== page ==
In 12th-century Anglo-French, it was sulfre. In the 14th century, the erroneously Hellenized Latin -ph- was restored in Middle English sulphre. By the 15th century, both full Latin spelling variants sulfur and sulphur became common in English. The parallel fph spellings continued in Britain until the 19th century, when the word was standardized as sulphur. On the other hand, sulfur was the form chosen in the United States, whereas Canada uses both.
Sulfur may be found by itself and historically was usually obtained in this form; pyrite has also been a source of sulfur. In volcanic regions in Sicily, in ancient times, it was found on the surface of the Earth, and the "Sicilian process" was used: sulfur deposits were piled and stacked in brick kilns built on sloping hillsides, with airspaces between them. Then, some sulfur was pulverized, spread over the stacked ore and ignited, causing the free sulfur to melt down the hills. Eventually the surface-borne deposits played out, and miners excavated veins that ultimately dotted the Sicilian landscape with labyrinthine mines. Mining was unmechanized and labor-intensive, with pickmen freeing the ore from the rock, and mine-boys or carusi carrying baskets of ore to the surface, often through a mile or more of tunnels. Once the ore was at the surface, it was reduced and extracted in smelting ovens. The conditions in Sicilian sulfur mines were horrific, prompting Booker T. Washington to write "I am not prepared just now to say to what extent I believe in a physical hell in the next world, but a sulphur mine in Sicily is about the nearest thing to hell that I expect to see in this life."
Elemental sulfur was extracted from salt domes (in which it sometimes occurs in nearly pure form) until the late 20th century. Sulfur is now produced as a side product of other industrial processes such as in oil refining, in which sulfur is undesired. As a mineral, native sulfur under salt domes is thought to be a fossil mineral resource, produced by the action of anaerobic bacteria on sulfate deposits. It was removed from such salt-dome mines mainly by the Frasch process. In this method, superheated water was pumped into a native sulfur deposit to melt the sulfur, and then compressed air returned the 99.5% pure melted product to the surface. Throughout the 20th century this procedure produced elemental sulfur that required no further purification. Due to a limited number of such sulfur deposits and the high cost of working them, this process for mining sulfur has not been employed in a major way anywhere in the world since 2002.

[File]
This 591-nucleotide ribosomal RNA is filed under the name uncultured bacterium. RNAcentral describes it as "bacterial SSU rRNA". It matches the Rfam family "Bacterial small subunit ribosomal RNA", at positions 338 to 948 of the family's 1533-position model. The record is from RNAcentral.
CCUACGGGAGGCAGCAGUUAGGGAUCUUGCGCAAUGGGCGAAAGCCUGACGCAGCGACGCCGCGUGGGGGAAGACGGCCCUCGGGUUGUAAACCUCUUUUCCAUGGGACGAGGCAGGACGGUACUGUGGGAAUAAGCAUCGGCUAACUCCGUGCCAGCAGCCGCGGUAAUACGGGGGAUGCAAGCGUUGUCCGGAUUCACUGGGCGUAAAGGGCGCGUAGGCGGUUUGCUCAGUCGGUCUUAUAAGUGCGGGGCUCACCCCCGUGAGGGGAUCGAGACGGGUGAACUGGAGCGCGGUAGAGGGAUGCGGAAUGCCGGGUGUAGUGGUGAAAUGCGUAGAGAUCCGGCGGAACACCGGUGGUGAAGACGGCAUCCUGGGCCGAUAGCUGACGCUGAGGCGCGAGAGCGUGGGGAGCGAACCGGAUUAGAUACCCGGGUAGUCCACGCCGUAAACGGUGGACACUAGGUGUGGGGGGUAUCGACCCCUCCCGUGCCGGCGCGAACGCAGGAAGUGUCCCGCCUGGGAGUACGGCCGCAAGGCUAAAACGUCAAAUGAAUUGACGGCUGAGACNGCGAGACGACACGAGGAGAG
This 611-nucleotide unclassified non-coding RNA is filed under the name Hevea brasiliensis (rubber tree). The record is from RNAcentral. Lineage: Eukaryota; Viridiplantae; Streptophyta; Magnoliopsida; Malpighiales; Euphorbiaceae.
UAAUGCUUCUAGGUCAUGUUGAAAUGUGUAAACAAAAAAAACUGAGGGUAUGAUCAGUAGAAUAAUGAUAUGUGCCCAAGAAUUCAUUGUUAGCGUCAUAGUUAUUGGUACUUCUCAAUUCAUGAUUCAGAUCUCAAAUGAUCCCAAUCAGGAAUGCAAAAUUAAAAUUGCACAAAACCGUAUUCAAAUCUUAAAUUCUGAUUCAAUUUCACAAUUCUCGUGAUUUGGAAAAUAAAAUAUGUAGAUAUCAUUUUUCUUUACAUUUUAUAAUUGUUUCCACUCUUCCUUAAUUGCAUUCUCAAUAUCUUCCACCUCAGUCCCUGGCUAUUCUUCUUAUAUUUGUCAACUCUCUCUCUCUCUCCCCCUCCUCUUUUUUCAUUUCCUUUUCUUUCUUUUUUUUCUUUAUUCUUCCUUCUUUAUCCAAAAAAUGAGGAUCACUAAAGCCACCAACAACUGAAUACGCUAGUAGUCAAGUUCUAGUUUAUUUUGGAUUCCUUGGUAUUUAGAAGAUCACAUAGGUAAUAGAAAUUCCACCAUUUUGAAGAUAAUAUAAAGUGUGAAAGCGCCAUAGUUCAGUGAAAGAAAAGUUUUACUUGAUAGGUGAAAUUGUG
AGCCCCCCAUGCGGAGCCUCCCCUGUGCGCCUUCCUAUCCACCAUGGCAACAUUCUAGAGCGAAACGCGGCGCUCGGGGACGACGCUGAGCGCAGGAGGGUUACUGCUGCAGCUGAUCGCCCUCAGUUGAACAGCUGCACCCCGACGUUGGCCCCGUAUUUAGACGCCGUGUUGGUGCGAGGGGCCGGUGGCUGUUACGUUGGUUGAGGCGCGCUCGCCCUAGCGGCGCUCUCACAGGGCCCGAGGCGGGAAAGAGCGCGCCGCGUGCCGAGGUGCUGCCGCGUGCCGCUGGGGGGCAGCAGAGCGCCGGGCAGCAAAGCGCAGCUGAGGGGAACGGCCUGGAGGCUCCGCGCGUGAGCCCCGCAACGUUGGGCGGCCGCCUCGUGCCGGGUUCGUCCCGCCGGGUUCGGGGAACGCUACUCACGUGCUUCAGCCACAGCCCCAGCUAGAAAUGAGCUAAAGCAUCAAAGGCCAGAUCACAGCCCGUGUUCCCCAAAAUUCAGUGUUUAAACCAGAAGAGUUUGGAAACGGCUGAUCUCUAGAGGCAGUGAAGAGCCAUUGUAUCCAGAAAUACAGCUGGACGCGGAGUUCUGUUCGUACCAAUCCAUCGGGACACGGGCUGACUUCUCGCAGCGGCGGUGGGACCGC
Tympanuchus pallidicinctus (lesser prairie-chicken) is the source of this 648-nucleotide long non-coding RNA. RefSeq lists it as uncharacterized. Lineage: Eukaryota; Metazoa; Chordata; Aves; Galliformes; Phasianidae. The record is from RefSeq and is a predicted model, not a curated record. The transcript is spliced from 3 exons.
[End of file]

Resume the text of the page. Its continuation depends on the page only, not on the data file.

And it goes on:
Sulfur reacts directly with methane to give carbon disulfide, which is used to manufacture cellophane and rayon. One of the uses of elemental sulfur is in vulcanization of rubber, where polysulfide chains crosslink organic polymers. Large quantities of sulfites are used to bleach paper and to preserve dried fruit. Many surfactants and detergents (e.g. sodium lauryl sulfate) are sulfate derivatives. Calcium sulfate, gypsum, (CaSO42H2O) is mined on the scale of 100 million tonnes each year for use in Portland cement and fertilizers.
Southwest Dairy Museum and Learning CenterLocated at 1200 Houston Street, exhibits depict all facets of milk production from an early farm kitchen to the modern day manufacturing of milk products. It also houses an old-fashioned soda bar where visitors can enjoy ice cream treats and light lunches, as well as a souvenir shop.
Carbon dioxide capture and sequestration is a set of technologies that can potentially greatly reduce CO2 emissions from new and existing coal- and gas-fired power plants, industrial processes, and other stationary sources of CO2. For example, a CCS project might capture CO2 from the stacks of a coal-fired power plant before it enters the atmosphere, transport the CO2 via pipeline, and inject the CO2 deep underground at a carefully selected and suitable subsurface geologic formation, such as a nearby abandoned oil field, where it is securely stored. 041b061a72